Staunton resident Marcel Ciascai recharged by rally racing


STAUNTON – Marcel Ciascai ended up in Staunton by accident.

While living in South Carolina, Ciascai’s ex-wife applied for a teaching job in what she believed to be Augusta, Georgia, about 90 minutes from where the couple lived in the time.

It turned out that she had applied for a job in Augusta County, Virginia. She realized this when Larry Landes, principal of Fort Defiance High School, called her to set up an interview.

“So from an hour and a half trip it all turned into an eight hour trip,” Ciascai said.

When Ciascai and his wife divorced, he decided to stay in Staunton. He has lived in the city for 11 years now and has no plans to move.

“I loved the city, I loved the area, I loved the people,” said Ciascai, who works at German Master Works in Staunton. “I like it here.”

Ciascai was born in Romania, about 100 km from Viseu de Sus, Staunton’s sister city. His background includes both mechanical engineering and news media, working in both the radio and newspaper industry.

He also played semi-professional soccer and he loves the sport. In the spring, Ciascai is the boys’ football coach at Fort Defiance, and in the fall, he coaches football at Stuart Hall.

But speaking to him recently, it was obvious that his real passion was rally racing.

Rally drivers compete against the clock on roads that are usually unpaved. According to, events can last for several days for hundreds of kilometers in varying weather conditions.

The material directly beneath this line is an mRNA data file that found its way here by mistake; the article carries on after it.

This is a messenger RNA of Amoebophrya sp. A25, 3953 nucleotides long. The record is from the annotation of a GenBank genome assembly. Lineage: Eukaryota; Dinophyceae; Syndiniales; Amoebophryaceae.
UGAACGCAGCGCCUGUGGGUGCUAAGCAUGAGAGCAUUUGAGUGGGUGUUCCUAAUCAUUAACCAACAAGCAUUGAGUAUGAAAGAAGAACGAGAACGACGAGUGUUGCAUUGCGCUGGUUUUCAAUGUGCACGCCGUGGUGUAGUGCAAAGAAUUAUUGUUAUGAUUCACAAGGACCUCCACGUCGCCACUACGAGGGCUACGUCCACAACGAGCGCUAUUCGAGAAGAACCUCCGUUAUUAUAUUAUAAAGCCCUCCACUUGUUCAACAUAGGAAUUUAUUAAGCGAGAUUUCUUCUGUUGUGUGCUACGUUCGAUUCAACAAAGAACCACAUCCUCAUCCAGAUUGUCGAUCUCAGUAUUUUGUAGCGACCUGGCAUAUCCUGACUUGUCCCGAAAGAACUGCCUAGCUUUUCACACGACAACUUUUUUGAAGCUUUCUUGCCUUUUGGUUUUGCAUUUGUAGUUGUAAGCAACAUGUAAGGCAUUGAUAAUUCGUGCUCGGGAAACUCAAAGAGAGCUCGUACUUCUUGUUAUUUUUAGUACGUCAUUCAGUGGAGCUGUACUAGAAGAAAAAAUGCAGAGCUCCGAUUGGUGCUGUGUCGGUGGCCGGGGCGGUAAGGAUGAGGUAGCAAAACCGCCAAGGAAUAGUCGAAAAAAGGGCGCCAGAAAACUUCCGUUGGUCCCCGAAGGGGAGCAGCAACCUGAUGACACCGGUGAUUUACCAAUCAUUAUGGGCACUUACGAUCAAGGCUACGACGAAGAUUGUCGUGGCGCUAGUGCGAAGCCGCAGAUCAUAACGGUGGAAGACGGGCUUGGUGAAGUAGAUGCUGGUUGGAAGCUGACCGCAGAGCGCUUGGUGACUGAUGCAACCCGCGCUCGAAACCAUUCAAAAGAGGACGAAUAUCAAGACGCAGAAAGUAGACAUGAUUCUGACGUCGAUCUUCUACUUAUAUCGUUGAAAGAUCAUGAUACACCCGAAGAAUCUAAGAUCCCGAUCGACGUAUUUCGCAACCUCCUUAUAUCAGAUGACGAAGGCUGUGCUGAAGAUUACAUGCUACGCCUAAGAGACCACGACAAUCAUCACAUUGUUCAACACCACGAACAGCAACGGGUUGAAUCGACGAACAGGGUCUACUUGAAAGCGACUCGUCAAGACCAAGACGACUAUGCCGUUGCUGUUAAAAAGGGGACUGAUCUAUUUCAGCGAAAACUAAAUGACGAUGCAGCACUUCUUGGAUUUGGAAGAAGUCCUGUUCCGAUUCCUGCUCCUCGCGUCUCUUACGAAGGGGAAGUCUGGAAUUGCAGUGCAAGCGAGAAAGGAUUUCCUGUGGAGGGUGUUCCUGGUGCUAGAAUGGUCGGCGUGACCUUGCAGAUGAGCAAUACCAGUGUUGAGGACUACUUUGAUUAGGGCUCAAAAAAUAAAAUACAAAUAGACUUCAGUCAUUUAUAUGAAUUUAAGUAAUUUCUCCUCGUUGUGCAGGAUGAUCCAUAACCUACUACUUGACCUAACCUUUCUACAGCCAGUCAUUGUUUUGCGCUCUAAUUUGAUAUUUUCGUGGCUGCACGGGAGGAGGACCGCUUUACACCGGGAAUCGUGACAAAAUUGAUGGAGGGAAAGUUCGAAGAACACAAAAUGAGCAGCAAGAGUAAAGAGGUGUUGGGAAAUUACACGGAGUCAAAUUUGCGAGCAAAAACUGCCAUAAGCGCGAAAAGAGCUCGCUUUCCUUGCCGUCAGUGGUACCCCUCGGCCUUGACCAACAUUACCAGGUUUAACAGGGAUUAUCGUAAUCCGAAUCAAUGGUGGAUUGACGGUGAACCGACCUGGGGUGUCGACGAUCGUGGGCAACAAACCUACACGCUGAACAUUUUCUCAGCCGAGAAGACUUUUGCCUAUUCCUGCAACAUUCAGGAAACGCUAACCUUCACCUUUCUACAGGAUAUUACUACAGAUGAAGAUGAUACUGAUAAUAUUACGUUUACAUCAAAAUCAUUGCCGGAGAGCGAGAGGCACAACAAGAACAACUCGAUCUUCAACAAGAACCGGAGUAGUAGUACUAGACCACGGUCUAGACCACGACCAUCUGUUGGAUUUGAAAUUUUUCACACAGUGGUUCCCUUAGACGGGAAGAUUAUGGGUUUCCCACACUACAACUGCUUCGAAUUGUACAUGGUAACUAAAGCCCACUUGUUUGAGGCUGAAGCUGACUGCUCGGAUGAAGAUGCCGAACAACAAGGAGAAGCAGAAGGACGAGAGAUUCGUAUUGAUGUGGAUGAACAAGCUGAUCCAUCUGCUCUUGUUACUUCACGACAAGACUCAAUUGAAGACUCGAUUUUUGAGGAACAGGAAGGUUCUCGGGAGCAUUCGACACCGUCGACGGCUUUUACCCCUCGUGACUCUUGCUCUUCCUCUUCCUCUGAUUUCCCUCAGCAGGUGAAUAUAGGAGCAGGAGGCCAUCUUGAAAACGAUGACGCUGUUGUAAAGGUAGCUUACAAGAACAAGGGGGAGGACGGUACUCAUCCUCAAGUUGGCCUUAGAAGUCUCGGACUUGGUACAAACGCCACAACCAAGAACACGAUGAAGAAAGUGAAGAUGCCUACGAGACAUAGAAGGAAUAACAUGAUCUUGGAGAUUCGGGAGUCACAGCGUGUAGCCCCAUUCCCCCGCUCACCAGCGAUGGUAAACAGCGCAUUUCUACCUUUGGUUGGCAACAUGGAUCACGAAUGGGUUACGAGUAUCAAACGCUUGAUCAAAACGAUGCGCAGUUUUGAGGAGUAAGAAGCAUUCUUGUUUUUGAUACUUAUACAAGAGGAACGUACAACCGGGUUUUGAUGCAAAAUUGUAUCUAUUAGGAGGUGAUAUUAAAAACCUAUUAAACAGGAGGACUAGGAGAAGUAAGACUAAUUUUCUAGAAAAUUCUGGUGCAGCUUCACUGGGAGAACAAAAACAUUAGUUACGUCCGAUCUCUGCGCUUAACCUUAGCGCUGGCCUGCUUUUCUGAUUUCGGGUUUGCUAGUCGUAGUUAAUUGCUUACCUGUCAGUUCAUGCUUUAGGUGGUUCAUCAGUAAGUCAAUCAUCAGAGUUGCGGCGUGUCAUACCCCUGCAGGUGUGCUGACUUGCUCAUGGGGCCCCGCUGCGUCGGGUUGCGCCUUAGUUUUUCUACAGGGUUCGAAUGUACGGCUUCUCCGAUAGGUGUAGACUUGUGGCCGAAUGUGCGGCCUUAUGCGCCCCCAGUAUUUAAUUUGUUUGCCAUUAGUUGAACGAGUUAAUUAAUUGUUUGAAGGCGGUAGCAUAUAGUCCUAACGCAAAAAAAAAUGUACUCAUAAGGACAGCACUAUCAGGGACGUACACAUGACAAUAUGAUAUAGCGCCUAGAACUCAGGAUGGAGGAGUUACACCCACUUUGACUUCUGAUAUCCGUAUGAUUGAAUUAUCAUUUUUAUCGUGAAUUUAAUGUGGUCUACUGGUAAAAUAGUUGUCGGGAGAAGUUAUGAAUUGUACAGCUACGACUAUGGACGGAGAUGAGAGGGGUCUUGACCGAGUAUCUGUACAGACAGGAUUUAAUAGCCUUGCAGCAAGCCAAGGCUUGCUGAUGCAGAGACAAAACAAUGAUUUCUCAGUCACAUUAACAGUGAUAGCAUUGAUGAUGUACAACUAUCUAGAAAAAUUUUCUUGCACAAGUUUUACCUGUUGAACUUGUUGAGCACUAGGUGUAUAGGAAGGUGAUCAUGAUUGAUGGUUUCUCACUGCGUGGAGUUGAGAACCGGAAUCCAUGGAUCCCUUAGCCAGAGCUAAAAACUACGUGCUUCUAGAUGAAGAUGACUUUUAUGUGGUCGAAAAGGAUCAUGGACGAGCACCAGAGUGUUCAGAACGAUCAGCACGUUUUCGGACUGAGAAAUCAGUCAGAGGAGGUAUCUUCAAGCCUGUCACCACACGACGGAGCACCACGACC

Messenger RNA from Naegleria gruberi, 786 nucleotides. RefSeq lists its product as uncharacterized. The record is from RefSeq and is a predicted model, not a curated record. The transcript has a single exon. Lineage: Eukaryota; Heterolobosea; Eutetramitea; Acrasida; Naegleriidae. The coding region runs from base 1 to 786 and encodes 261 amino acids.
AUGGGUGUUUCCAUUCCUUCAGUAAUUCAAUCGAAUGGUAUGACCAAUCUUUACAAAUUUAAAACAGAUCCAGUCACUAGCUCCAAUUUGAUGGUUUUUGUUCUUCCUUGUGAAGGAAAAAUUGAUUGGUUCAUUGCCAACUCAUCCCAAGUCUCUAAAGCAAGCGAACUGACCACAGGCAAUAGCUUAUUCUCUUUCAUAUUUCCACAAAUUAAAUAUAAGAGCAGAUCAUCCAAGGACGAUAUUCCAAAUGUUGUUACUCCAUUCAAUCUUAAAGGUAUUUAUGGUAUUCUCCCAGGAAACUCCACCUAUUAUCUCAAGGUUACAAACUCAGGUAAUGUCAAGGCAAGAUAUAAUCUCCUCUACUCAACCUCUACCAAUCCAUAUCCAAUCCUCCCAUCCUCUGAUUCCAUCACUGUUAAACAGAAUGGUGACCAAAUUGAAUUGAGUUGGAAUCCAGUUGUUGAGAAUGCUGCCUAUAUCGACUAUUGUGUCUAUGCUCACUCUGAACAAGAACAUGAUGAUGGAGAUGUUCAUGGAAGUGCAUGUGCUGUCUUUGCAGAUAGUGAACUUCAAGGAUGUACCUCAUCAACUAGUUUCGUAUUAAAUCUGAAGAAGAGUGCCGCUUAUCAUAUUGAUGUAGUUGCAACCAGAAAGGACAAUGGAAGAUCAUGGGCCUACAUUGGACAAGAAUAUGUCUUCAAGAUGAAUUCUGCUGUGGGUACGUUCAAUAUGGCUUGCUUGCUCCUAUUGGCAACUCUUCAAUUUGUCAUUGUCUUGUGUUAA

There is a driver and a navigator in each car. The navigator has the route and reads the instructions to the driver, warning of upcoming turns and ridges. The cars go down the road one at a time.

Ciascai has been involved in the sport as an organizer, pilot, navigator and official.

Is it popular in the United States?

“Sort of,” he said, describing it as a niche sport.

And it can be dangerous. Two years ago in New York City, Ciascai struck a tree at about 110 miles per hour. He saw the tree coming and heard a boom. The car has been totaled. He still has pain in his shoulder from the wreckage, but it could have been worse.

“Without the safety equipment, the helmet, the belt and the HANS device …”, Ciascai fades.

“You wouldn’t be here,” I said, completing her thought.

“No,” he said.

Ciasca raced in 11 states. Since the accident, he has not run as much, although he has done several tests. Recently he did more refereeing. It will be official at a race in Canada in November.

Besides being dangerous, sport is not cheap.

“How can you become a millionaire by doing the rally? ” he said. “You start a billionaire.”

He said rally racing is about having fun, getting an adrenaline rush and being around friends who have similar interests. He estimated that more than 70 percent of his Facebook friends are involved in rally racing.

“It’s like a family,” Ciascai said. “You get to know people all over the country. ”

Ciascai said that a race can make a lot of money for a community. One of the unwritten rules, as he described it, is that drivers spend money in the community that hosts the race. It is a way of giving them back for the use of their roads.

This sense of community is a big part of why Ciascai is still involved in the sport.

“When I come to a rally, for me it’s like recharging my batteries,” he said. “When I go I have a good time, I have fun.”


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